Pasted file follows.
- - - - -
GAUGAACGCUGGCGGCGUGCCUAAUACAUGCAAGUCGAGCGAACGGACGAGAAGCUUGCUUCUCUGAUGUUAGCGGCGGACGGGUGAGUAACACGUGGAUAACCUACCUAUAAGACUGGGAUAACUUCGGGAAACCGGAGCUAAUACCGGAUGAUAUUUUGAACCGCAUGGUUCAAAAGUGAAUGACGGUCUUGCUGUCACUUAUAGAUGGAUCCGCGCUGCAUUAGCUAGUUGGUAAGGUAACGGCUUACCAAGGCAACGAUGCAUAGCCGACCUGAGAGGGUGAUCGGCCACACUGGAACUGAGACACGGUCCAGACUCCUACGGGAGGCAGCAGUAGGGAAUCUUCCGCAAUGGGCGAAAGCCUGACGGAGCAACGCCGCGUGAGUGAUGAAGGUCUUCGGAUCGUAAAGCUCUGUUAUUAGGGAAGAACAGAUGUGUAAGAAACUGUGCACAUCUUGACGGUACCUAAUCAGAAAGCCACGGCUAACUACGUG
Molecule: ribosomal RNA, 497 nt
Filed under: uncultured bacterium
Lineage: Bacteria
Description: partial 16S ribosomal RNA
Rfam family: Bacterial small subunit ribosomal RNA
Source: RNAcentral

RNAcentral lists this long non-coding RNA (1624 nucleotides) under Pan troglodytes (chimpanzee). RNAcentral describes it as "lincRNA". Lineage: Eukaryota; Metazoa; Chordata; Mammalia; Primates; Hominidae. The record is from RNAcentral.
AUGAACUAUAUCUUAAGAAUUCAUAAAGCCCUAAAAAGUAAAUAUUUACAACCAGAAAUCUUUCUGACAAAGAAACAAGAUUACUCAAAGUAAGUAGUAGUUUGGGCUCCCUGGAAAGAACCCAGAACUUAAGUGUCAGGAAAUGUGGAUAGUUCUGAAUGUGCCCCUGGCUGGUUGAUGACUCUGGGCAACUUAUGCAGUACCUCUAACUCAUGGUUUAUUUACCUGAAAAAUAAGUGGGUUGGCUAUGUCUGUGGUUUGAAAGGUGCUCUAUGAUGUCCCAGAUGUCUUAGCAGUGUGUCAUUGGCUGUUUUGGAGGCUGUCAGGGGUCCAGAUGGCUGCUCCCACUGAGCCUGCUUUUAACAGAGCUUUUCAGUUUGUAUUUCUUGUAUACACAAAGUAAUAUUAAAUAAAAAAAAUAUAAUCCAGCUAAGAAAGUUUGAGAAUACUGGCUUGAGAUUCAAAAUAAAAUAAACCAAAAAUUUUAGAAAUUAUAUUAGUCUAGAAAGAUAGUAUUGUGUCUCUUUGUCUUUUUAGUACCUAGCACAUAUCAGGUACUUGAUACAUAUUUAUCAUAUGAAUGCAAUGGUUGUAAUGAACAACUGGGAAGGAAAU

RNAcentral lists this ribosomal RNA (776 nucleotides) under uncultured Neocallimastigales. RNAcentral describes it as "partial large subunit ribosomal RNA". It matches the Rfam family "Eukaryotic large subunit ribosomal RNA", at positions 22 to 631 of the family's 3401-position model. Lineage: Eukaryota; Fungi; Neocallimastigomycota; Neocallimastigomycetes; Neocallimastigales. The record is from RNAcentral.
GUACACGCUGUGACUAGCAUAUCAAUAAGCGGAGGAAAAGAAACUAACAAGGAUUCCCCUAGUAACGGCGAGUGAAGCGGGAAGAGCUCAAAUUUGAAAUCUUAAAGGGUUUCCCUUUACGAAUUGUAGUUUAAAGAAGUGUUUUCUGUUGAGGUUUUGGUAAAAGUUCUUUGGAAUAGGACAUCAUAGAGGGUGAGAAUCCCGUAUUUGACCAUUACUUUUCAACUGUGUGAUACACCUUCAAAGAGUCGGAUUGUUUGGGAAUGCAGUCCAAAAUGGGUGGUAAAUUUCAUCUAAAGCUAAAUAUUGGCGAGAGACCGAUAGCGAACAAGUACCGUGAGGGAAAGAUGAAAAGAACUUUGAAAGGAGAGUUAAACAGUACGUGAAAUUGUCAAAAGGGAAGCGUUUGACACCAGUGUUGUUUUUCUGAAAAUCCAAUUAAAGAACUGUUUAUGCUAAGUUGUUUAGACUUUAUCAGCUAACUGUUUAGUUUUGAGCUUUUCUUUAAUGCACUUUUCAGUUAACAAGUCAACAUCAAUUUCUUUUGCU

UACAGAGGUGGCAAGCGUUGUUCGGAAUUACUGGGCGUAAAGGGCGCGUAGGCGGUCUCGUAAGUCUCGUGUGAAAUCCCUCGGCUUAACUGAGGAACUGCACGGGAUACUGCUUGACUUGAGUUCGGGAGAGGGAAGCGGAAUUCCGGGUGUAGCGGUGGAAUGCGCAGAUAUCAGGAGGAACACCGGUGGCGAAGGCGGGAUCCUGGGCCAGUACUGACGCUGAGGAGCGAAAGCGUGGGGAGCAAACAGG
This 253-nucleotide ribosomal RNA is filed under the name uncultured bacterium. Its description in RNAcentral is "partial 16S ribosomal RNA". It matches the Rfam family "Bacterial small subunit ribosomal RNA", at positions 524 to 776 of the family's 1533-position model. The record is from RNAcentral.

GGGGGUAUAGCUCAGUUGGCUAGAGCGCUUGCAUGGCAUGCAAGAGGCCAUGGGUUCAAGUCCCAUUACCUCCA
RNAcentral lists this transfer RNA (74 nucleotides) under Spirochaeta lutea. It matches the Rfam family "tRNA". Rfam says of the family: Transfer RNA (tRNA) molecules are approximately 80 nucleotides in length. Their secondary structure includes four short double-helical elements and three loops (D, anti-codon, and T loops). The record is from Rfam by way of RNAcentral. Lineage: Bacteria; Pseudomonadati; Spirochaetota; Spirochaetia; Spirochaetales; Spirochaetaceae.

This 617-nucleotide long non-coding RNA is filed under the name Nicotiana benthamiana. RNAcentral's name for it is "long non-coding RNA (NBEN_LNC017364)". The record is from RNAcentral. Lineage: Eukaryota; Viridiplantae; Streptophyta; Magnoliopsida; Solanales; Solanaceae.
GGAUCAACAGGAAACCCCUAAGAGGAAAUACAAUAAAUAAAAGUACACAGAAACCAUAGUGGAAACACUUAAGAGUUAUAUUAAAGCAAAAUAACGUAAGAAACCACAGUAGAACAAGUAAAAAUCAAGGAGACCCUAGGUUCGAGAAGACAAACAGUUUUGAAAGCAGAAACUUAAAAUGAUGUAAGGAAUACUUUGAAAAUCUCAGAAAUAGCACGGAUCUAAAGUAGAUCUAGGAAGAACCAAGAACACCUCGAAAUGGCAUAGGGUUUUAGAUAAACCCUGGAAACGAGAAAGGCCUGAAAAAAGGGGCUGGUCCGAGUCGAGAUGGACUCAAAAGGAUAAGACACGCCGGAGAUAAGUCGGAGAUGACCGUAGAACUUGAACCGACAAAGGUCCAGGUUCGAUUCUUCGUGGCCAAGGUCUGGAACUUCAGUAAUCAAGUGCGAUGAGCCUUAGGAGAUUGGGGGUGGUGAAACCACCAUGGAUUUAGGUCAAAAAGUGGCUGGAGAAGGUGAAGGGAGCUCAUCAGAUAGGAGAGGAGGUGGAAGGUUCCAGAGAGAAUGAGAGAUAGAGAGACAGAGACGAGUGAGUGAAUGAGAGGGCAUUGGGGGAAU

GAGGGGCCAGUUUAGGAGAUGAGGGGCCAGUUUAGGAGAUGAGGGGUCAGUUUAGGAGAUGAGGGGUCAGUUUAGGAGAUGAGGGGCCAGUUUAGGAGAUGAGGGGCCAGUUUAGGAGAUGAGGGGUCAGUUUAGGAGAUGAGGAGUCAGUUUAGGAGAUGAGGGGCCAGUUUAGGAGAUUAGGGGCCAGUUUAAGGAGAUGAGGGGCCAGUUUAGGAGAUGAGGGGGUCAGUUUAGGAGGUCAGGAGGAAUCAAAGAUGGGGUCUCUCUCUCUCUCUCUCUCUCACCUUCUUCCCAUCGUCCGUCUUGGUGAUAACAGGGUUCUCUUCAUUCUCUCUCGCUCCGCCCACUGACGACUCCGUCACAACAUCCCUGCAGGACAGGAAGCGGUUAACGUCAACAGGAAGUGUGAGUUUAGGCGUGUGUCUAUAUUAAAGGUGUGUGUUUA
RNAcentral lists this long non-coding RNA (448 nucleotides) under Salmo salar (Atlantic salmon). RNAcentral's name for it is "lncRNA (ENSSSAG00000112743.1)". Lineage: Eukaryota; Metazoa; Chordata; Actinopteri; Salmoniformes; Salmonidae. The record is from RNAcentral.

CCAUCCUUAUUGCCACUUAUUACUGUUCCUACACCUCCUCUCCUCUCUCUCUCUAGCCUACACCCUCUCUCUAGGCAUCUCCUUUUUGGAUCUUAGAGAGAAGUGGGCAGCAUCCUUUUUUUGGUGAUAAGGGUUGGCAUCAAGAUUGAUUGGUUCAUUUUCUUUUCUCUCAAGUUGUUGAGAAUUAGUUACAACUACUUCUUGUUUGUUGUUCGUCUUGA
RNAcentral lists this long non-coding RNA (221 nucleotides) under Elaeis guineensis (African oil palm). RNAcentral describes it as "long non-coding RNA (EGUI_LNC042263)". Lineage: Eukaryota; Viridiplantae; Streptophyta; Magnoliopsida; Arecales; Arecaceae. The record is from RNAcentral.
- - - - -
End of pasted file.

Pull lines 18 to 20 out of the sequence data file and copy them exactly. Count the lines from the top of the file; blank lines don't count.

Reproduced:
GAGGGGCCAGUUUAGGAGAUGAGGGGCCAGUUUAGGAGAUGAGGGGUCAGUUUAGGAGAUGAGGGGUCAGUUUAGGAGAUGAGGGGCCAGUUUAGGAGAUGAGGGGCCAGUUUAGGAGAUGAGGGGUCAGUUUAGGAGAUGAGGAGUCAGUUUAGGAGAUGAGGGGCCAGUUUAGGAGAUUAGGGGCCAGUUUAAGGAGAUGAGGGGCCAGUUUAGGAGAUGAGGGGGUCAGUUUAGGAGGUCAGGAGGAAUCAAAGAUGGGGUCUCUCUCUCUCUCUCUCUCUCACCUUCUUCCCAUCGUCCGUCUUGGUGAUAACAGGGUUCUCUUCAUUCUCUCUCGCUCCGCCCACUGACGACUCCGUCACAACAUCCCUGCAGGACAGGAAGCGGUUAACGUCAACAGGAAGUGUGAGUUUAGGCGUGUGUCUAUAUUAAAGGUGUGUGUUUA
RNAcentral lists this long non-coding RNA (448 nucleotides) under Salmo salar (Atlantic salmon). RNAcentral's name for it is "lncRNA (ENSSSAG00000112743.1)". Lineage: Eukaryota; Metazoa; Chordata; Actinopteri; Salmoniformes; Salmonidae. The record is from RNAcentral.

CCAUCCUUAUUGCCACUUAUUACUGUUCCUACACCUCCUCUCCUCUCUCUCUCUAGCCUACACCCUCUCUCUAGGCAUCUCCUUUUUGGAUCUUAGAGAGAAGUGGGCAGCAUCCUUUUUUUGGUGAUAAGGGUUGGCAUCAAGAUUGAUUGGUUCAUUUUCUUUUCUCUCAAGUUGUUGAGAAUUAGUUACAACUACUUCUUGUUUGUUGUUCGUCUUGA